Benedict Robin-D’cruz

Nota: Este archivo abarca los artículos publicados por el autor desde el 1 de Septiembre de 2008. Para fechas anteriores realice una búsqueda entrecomillando su nombre.

Protests in Basra on 2 October 2019. Photo: Getty Images.

‘This was one the worst weeks in Iraq’s history. I never thought the government was capable of such crimes,’ exclaimed one civil society activist in Baghdad when describing the protests that ripped through Baghdad and other parts of Iraq from 1 October.

While protests have become frequent events in Baghdad over the past few years, this time was different. For the first time in Baghdad, forces seeking to defend the political system opened fire on demonstrators, killing hundreds and injuring thousands. The same forces, a mixture of official security forces and government-aligned paramilitary groups, also attacked independent media outlets and cut off the internet.…  Seguir leyendo »

Protesters shout slogans during a demonstration against a draft income tax law near the prime minister’s office in Amman, Jordan, on June 6. (Annie Sakkab/Bloomberg News)

Over the past week, protests and violence proliferated across Iraq’s southern provinces. In unprecedented scenes, buildings of provincial capitals were stormed, and the offices of political parties and militias were attacked and burned down.

These are Iraq’s Shiite heartlands that contributed most of the manpower to the fight against the Islamic State. The political elites who have dominated the post-2003 order have legitimized their rule by claiming to represent and advance the interest of this previously marginalized constituency.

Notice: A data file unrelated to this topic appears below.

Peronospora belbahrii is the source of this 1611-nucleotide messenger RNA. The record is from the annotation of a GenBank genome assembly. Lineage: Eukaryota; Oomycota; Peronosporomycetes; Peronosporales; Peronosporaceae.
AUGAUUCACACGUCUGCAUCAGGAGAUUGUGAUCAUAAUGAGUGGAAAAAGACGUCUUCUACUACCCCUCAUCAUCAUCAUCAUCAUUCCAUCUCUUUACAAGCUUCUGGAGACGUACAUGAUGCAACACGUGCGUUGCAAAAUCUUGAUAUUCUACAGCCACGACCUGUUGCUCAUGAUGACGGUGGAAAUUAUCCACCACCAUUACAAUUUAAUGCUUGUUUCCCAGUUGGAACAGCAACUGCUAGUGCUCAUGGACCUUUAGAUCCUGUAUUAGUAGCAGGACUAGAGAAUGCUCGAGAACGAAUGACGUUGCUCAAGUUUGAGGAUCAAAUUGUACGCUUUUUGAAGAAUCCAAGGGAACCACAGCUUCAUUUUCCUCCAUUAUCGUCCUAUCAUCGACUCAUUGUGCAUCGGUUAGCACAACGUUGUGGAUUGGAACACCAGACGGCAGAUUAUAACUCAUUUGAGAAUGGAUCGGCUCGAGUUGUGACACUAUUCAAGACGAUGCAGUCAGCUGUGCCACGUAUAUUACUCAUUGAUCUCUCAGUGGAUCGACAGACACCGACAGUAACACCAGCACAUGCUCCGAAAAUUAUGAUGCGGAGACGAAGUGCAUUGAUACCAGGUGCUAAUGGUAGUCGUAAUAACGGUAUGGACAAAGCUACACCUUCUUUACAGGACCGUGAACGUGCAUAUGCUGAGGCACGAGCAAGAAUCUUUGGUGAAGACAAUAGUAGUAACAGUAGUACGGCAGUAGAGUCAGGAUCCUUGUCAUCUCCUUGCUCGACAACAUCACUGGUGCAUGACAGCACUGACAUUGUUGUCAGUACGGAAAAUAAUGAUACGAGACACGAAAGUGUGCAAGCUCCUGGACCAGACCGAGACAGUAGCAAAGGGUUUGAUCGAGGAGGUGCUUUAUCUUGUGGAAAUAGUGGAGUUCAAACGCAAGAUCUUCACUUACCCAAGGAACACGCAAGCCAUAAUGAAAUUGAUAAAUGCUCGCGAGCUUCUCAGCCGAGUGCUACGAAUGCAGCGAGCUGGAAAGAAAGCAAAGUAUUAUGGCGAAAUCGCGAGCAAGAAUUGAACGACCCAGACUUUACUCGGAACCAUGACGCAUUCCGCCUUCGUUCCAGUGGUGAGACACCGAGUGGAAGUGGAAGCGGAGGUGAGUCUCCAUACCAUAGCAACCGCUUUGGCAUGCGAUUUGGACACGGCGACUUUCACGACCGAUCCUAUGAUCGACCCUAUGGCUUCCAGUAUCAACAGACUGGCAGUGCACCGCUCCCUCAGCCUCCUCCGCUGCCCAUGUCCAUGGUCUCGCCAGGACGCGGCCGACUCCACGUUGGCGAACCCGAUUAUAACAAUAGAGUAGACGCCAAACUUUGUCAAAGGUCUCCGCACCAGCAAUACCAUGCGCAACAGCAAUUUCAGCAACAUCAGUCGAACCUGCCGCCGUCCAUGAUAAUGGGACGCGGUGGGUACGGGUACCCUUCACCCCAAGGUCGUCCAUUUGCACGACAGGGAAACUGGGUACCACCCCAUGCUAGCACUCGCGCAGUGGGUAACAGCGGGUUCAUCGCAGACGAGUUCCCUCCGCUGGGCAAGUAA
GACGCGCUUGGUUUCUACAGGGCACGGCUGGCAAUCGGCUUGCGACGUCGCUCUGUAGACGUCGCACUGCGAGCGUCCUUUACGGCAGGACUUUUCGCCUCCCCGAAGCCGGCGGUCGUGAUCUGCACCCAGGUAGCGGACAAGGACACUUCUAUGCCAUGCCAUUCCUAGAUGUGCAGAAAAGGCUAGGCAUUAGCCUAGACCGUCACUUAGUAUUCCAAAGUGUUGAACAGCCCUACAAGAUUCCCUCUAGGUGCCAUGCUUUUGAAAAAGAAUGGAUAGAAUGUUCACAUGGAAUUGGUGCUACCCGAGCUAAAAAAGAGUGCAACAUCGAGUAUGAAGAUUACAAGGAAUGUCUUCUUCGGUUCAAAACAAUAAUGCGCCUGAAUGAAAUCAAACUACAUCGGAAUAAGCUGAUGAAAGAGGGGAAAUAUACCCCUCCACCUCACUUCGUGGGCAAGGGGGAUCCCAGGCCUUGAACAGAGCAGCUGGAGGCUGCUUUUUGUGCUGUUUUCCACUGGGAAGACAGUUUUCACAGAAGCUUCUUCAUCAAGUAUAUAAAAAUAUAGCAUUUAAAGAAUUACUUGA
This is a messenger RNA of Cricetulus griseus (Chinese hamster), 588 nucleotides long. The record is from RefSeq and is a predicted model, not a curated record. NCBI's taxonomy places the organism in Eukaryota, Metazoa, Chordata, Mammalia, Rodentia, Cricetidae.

And yet, in recent elections, these provinces recorded some of the lowest turnout. That political disengagement has now transformed into a new and more radical means of contesting political power.…  Seguir leyendo »

In this May 14 photo, supporters of Shiite cleric Muqtada al-Sadr carry his image as they celebrate in Baghdad’s Tahrir Square. (Hadi Mizban/Associated Press)

On May 12, Iraq held parliamentary elections in which a coalition of the Islamist Sadrist movement, led by Shiite cleric Muqtada al-Sadr, and the Iraqi Communist Party (ICP) secured more seats than any other alliance. It was a shocking victory that left the party of incumbent Prime Minister Haider al-Abadi — the pre-election favorite — trailing in third place.

The Sadrist-ICP electoral pact seemed to mark a transformation in Iraqi politics as two previously antagonistic groups aligned behind a single political vision. But why do such shifts continue to take analysts by surprise? When dealing with Iraq, a focus on political elites and sectarianism has produced an image of a society incapable of collective action against the political class.…  Seguir leyendo »